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DeRay Mckesson Thinks Trump Is Going To Ruin Everything

At the DNC with DeRay Mckesson.

Posted on July 30, 2016, at 6:04 p.m. ET

D Dipasupil / Getty Images

PHILADELPHIA — A man called to DeRay Mckesson from across the street. “The young icon!” he yelled, wanting a picture.

He also wanted to know what Mckesson thought of the election, a touchy subject for activists in the movement for which Mckesson is seen as a de facto spokesperson. Mckesson obliged. He offered a solemn analysis of the political landscape, punctuating it with a final flourish: “And Trump is gonna screw us all over.”

In Philadelphia, home to this year's Democratic National Convention, people (mostly young) greeted Mckesson everywhere. They were curious about his thoughts on policing problems, Hillary Clinton, and his recent arrest in Louisiana. They wanted to know what to do next.

But mostly, they wanted to talk politics. They wanted to engage. And Mckesson — if tired after a long week — was happy to engage.

Mckesson has remained a neutral observer and refuses to endorse a candidate. He was annoyed at a story that emerged out of the Wikileaks DNC leak, in which a DNC operative ask he be vetted to become a surrogate. "I am not being vetted for anything," he said, slung back in the back of an Uber.

Politically-connected black Democrats — perhaps Clinton's most united force — would love to see him endorse her. But as one of them said of high-profile BLM organizers, nobody really expects them to endorse her and its unclear if Clinton will again meet with activists from the Black Lives Matter movement. Mckesson has said that her racial platform is not enough, and that they'll continue to push her.

In Philadelphia, his presence and ubiquitous vest, instead, reflected a new kind of political blackness. Mckesson has assumed an inside/outside posture both in politics and within the movement. Critics feel that because he does belong to the larger activist network, Mckesson is trying to evade accountability. To this, Mckesson likes to answer that he knows there is more than one way to organize, and no one way is more valid or important than another.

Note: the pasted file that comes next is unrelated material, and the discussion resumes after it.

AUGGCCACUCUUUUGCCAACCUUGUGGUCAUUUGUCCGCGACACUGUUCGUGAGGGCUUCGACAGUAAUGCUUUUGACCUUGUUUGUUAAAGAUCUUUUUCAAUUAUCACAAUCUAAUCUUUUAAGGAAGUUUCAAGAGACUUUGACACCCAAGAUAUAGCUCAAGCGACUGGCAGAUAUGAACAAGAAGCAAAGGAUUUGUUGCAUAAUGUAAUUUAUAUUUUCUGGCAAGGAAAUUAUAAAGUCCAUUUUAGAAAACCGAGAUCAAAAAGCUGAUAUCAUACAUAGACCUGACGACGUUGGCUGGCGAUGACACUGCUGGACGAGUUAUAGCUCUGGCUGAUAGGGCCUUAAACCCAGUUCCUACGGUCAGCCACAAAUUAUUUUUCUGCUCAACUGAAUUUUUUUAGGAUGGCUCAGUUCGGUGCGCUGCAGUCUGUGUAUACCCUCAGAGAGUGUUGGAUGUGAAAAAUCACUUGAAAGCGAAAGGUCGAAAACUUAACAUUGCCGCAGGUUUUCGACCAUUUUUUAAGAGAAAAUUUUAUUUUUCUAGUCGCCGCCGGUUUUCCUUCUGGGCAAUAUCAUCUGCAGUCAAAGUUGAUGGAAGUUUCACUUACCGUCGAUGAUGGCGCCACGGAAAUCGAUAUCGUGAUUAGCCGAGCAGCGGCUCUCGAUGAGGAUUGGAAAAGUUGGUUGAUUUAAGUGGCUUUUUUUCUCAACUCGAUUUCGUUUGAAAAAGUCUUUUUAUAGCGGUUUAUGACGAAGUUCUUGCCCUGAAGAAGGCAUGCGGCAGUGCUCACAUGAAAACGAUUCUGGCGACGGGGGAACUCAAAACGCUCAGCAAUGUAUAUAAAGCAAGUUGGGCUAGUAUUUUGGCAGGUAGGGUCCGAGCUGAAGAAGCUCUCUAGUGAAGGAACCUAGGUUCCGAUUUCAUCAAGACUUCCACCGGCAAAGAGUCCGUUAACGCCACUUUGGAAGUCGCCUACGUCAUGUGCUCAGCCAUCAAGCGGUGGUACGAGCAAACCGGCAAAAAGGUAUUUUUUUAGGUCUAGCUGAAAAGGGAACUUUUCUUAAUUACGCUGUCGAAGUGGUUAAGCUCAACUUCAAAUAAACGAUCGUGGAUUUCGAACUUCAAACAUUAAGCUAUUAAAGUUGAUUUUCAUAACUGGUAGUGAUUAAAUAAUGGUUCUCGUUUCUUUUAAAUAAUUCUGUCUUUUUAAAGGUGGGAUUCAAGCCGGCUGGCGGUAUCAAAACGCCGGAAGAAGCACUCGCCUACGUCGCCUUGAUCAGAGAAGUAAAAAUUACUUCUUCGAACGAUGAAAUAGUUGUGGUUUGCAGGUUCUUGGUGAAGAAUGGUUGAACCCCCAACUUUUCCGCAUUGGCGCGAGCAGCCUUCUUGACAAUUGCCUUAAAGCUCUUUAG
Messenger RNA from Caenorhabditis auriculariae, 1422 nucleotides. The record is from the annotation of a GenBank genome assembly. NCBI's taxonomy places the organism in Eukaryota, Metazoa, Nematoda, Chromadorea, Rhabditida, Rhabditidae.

Regardless, young black Democratic operatives see the movement, and by extension, Mckesson, as extremely important — the reason why they are in the seat of power.

"In 2016, if you don't support the Black Lives Matter movement, you're on the wrong side of history," said Kouri Marshall, a black millennial and Democratic operative who's used his platform as the head of Democratic GAIN, a national progressive political organization, to highlight the movement and its causes. "I have been pushing the marriage of BLM and electoral political activism because it is one way to bring about the kind of change we all desperately need that will release young black and Latino men and women from the grips of systemic racism."

Mckesson's own foray into electoral politics is also a sensitive subject for the movement and political establishment. During a panel discussion in Philadelphia about black millennials in the election sponsored by Revolt, Terrance Woodbury, an analyst with brilliant corners Research and Strategies, brought up Mckesson's fundraising success — touting that the financial support came from all over the country.

"Yeah, but that ended up hurting him in the election!" someone from the audience called out over murmurs, a commonly held opinion, which sparked an exchange.

For all of his admirers in politics, these are the some of the same young black Democrats who did not want him to run for mayor of Baltimore. They predicted he couldn't win, and thought it could end up being seen as a loss for the movement. At best, they felt, it would just be a loss for him. Based on his popularity at the DNC, anyway — and the movement's standing in the current political climate — it's neither.

But his relative anonymity amongst the the DNC's more established leaders is symbolic of the generational gap inside black political leadership, of the strangeness the older generation feels toward the younger generation's lack of conventions, unwillingness to wait.

Inside the Uber tent at the convention, on the night of President Obama's speech, a white woman asked Mckesson to take a picture, saying her daughter “would just die.” After the picture, Mckesson politely called out to Deval Patrick to say hello. About 10 feet away, an older black man was doing the same with Rev. Jesse Jackson, who, turning around to exit, looked right at Mckesson, passed him, and said nothing.

Unbothered, Mckesson took out his phone and opened Twitter.

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